Welcome to St. John's Church, Lafayette Square—a vibrant historic Episcopal church located across from the White House. We invite you to join with us for worship, Christian fellowship and outreach.


From our organization as a parish in 1815 to today, St. John's Church has provided a powerful symbol of faith in the heart of our nation's capital.


At St. John's, we believe Christ is calling us to be a renewed church in a changing world. In worship, education, parish life, and social action, we seek to expand our horizons by serving God by loving one another.

Clergy, Staff, & Vestry

Meet St. John’s diverse and engaging clergy, vestry and staff.

Directions & Parking

Located at the corner of 16th and H Streets in Northwest Washington, St. John's is near the McPherson Square and Farragut North Metro stations. Limited street parking is available; free valet parking is offered for certain hours.
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With the Throw of the Dice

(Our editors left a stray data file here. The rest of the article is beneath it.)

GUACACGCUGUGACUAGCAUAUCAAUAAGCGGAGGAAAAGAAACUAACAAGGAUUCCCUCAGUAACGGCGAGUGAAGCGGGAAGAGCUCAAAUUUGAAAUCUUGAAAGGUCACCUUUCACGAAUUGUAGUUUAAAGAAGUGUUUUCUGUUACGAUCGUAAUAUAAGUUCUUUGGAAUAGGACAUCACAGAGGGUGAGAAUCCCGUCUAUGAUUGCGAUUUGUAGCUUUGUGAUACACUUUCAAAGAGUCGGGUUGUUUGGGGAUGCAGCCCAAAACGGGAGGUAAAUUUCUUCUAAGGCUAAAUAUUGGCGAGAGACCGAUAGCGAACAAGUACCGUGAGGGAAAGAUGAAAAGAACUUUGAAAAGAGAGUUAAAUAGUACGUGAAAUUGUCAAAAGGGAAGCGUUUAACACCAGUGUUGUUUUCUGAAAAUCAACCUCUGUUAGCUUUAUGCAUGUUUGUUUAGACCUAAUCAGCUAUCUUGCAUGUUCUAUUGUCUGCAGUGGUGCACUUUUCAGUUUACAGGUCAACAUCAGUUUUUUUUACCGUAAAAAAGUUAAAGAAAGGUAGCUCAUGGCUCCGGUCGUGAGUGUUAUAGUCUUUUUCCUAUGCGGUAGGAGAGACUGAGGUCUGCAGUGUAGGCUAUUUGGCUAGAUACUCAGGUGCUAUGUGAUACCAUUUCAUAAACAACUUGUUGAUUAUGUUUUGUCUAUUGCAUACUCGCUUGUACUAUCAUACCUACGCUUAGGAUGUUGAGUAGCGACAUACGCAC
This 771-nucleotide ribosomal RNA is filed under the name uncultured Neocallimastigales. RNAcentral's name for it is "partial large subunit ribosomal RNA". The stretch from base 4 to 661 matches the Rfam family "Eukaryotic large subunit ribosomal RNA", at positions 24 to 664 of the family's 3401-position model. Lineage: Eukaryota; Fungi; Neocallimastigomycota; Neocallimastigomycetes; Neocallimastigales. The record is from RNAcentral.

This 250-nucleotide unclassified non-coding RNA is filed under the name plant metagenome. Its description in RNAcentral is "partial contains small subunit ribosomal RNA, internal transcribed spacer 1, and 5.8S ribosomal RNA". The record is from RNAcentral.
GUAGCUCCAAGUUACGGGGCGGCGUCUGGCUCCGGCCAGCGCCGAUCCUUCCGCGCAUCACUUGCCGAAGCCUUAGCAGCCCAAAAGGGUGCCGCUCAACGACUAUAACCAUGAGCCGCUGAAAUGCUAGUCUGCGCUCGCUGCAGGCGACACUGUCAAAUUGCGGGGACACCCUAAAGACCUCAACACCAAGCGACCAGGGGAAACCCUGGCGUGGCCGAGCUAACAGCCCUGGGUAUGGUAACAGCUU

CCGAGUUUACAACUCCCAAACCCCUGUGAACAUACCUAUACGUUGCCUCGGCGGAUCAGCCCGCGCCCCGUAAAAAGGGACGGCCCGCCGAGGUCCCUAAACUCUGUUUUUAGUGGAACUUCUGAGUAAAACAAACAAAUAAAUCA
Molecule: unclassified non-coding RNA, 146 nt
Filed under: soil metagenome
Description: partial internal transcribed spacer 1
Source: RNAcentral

St. Matthias the Apostle
Psalm 15 Acts 1:15–26 Philippians 3:13–21 John 15:1, 6–16
All that we really know about St. Matthias is found in a few short verses in
Acts. Here we learn that, sometime between the Ascension and Pentecost,
the remaining eleven apostles determined that they should find a twelfth,
the replacement for Judas Iscariot. There were in fact two candidates for
the position, but Matthias ended up with the job not because he was better
qualified or elected but because the apostles cast dice and they fell in Matthias’
How different this is from our own elections, where candidates tout their
achievements in speeches, receiving applause and public admiration (or
disdain). We scrutinize every aspect of their lives before determining their
suitability to the job. Imagine basing our choice on a throw of the dice!
God chose Matthias not for whom he was but for the apostle He knew he
could one day become. God chooses us in the same way—for the apostles we
can become, not for whom or what we are now.
In Lent, it is helpful to remember Matthias, who is the saint of those willing
to answer God’s call no matter where it takes them. They are not looking for
fame. They do not require applause, special titles, or public admiration. Their
only desire is to serve the Lord. They do this quietly, without fanfare. They,
like St. Matthias, demonstrate the courage and the heart to bear testimony
to Jesus’ resurrection, and they do so in the face of adversaries and hardship,
without complaint or protest.
May we do so also.
–Patricia Cookson


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